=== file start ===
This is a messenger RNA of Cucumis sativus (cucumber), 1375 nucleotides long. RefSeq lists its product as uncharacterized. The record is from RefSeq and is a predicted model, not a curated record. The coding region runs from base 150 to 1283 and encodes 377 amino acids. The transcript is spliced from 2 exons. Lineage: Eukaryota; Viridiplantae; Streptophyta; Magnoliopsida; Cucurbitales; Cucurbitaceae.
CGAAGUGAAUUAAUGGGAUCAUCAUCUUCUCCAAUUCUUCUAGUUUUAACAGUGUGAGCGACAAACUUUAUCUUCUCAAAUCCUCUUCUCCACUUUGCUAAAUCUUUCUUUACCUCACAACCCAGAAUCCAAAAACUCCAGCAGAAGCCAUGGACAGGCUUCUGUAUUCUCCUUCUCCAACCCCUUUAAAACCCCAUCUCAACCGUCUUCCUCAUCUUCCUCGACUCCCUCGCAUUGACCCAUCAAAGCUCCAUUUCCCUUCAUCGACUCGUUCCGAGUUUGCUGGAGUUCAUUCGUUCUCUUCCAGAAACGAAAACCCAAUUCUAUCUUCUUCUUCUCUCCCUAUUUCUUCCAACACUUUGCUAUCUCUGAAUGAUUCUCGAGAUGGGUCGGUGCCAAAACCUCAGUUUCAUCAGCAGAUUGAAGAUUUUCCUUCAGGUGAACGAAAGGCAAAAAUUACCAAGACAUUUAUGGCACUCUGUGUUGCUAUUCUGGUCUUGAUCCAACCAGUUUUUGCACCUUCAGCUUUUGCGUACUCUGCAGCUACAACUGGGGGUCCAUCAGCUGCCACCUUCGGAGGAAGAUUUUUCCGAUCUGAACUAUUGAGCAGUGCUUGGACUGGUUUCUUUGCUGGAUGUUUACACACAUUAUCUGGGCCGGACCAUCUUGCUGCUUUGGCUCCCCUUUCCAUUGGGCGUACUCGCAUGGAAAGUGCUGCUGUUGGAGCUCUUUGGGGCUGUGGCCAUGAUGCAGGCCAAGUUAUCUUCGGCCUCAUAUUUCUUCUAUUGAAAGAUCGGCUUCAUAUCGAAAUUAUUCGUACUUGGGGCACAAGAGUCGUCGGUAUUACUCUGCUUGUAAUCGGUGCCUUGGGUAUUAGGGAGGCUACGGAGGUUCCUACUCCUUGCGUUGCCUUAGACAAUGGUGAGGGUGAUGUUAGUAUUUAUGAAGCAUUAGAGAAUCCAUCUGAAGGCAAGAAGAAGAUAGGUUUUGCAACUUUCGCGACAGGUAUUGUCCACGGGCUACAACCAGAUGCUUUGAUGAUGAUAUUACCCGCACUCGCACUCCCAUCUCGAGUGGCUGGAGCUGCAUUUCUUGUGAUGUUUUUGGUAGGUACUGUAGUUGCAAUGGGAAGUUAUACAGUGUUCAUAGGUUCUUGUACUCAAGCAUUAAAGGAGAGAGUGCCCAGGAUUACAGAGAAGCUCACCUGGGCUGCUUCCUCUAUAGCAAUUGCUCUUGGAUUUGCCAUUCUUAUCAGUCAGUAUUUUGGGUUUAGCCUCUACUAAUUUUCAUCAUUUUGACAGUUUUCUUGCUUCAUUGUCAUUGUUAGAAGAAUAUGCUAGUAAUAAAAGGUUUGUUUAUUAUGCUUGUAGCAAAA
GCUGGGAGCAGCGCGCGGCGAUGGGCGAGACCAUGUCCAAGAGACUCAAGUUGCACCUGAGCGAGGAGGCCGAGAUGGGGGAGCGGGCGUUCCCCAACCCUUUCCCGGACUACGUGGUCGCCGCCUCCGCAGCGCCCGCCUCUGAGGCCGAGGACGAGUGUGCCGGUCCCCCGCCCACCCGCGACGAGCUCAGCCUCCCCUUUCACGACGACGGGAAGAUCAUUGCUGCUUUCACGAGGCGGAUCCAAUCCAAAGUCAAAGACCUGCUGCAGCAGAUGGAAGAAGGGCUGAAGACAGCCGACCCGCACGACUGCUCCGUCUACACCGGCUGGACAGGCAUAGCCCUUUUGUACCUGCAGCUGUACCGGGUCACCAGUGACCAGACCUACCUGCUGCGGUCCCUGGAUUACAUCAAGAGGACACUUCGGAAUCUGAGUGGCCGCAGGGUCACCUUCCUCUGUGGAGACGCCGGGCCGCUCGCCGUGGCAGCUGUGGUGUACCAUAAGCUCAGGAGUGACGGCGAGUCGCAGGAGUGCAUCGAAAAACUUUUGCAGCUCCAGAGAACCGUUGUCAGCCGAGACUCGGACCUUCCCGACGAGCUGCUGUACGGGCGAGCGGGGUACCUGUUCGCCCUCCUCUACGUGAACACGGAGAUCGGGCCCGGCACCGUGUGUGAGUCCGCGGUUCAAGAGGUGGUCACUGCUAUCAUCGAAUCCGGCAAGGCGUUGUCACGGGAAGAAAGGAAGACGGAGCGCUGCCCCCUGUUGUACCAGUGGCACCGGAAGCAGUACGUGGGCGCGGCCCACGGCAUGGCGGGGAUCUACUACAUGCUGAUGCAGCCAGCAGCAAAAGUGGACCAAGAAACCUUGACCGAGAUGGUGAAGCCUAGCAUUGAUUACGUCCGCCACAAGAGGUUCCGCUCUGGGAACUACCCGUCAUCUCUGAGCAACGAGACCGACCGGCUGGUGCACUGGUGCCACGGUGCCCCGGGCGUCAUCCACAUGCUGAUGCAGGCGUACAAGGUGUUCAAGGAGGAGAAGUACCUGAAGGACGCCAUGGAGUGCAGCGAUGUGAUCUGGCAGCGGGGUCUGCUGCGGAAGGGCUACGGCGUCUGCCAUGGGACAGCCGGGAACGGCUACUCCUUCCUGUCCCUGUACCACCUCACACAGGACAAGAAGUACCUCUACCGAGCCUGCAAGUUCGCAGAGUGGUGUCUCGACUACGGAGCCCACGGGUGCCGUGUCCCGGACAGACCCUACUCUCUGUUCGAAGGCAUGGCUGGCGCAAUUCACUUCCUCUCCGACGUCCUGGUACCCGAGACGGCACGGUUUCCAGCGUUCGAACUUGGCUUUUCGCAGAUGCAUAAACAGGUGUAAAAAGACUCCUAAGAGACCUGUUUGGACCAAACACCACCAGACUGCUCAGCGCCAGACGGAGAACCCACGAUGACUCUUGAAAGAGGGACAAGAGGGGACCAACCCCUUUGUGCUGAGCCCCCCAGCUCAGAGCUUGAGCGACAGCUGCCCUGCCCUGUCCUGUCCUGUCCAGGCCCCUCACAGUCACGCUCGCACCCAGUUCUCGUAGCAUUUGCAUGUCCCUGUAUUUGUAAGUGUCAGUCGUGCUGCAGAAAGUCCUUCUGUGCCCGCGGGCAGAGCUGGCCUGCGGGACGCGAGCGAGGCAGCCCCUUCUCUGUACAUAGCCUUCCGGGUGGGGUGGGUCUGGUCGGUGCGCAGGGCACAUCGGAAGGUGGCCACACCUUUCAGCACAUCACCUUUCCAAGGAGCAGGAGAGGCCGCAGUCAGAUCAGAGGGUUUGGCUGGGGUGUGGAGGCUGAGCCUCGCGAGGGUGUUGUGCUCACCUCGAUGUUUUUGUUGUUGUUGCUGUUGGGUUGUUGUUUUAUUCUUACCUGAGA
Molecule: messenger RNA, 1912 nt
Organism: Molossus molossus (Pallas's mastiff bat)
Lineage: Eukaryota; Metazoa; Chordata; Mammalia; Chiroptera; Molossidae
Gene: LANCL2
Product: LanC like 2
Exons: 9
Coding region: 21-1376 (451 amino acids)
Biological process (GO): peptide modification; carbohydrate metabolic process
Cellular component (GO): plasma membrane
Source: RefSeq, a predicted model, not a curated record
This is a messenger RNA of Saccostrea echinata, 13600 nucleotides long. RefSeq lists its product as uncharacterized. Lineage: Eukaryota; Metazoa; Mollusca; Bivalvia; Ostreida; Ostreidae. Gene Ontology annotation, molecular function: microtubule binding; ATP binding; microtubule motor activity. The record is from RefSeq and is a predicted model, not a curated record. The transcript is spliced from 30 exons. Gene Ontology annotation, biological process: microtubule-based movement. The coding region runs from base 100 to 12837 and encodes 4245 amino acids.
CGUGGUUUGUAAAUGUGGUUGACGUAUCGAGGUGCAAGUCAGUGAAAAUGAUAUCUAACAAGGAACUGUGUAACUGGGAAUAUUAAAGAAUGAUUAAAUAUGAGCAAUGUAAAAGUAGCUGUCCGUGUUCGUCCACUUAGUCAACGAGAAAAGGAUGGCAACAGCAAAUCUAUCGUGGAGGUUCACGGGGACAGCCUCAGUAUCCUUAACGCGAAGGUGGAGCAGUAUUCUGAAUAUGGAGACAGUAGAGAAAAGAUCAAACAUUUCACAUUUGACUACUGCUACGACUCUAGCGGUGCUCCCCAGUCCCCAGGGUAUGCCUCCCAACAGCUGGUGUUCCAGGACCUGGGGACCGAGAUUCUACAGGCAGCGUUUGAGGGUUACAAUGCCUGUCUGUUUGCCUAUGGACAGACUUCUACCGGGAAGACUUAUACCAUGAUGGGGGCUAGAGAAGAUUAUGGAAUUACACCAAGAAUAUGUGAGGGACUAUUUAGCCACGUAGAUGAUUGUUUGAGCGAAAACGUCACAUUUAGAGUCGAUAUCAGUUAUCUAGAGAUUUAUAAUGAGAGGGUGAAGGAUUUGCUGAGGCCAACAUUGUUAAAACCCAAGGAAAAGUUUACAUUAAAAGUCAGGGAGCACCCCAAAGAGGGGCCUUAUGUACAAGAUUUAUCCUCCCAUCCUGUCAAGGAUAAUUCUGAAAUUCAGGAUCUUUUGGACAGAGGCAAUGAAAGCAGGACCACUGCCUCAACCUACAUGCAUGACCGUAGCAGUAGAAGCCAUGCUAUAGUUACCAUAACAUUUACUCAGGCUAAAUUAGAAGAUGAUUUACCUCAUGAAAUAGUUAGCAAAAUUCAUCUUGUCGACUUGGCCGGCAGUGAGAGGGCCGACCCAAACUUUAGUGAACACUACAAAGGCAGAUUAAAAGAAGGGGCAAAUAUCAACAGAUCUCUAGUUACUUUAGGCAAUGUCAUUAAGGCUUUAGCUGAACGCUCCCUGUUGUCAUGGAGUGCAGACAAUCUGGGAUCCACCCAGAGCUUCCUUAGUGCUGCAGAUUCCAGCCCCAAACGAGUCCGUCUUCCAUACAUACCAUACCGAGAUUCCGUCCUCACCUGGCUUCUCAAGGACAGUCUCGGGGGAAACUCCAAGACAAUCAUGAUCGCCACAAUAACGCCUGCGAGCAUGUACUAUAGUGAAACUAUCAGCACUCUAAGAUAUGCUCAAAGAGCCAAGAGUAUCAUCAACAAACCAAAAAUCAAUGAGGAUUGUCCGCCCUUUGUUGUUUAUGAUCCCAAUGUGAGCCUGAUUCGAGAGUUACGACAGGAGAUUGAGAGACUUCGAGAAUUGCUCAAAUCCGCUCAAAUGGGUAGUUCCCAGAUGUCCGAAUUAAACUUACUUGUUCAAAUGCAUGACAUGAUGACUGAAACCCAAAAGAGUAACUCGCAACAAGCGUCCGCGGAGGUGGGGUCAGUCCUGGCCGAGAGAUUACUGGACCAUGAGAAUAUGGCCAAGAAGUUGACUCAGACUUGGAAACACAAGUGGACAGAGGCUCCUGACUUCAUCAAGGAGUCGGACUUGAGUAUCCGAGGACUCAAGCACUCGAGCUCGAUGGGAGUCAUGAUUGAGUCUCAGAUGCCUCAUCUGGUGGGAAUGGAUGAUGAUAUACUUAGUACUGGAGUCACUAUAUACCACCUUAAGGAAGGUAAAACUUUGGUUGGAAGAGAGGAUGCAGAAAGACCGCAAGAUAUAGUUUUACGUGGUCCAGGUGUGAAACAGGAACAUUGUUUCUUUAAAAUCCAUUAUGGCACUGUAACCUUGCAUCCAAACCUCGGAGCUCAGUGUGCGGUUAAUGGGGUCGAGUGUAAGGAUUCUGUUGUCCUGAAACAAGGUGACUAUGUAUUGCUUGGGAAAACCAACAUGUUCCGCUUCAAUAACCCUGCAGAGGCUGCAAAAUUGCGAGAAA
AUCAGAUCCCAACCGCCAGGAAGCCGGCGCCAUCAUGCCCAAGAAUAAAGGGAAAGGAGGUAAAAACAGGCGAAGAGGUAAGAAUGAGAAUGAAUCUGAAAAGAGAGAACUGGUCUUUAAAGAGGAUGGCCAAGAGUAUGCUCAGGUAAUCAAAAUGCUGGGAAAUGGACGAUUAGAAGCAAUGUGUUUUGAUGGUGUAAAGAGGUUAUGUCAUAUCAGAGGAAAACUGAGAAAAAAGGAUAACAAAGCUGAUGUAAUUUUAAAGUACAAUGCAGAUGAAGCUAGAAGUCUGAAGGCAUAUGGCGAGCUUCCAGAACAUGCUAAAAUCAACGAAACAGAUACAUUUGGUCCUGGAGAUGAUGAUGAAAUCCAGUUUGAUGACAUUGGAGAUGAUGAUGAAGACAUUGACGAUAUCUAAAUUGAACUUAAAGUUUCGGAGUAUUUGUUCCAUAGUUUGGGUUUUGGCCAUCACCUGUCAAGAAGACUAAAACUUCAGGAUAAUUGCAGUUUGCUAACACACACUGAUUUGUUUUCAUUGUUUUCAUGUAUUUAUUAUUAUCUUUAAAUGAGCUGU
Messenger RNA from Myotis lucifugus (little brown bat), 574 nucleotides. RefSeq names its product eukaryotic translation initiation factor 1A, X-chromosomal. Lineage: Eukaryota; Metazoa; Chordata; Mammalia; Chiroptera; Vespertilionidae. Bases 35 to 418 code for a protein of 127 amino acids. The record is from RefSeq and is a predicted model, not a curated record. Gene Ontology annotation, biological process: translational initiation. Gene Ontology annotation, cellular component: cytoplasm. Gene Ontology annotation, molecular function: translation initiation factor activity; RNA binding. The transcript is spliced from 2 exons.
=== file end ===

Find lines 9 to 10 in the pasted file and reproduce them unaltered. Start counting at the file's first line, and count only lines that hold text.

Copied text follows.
Exons: 9
Coding region: 21-1376 (451 amino acids)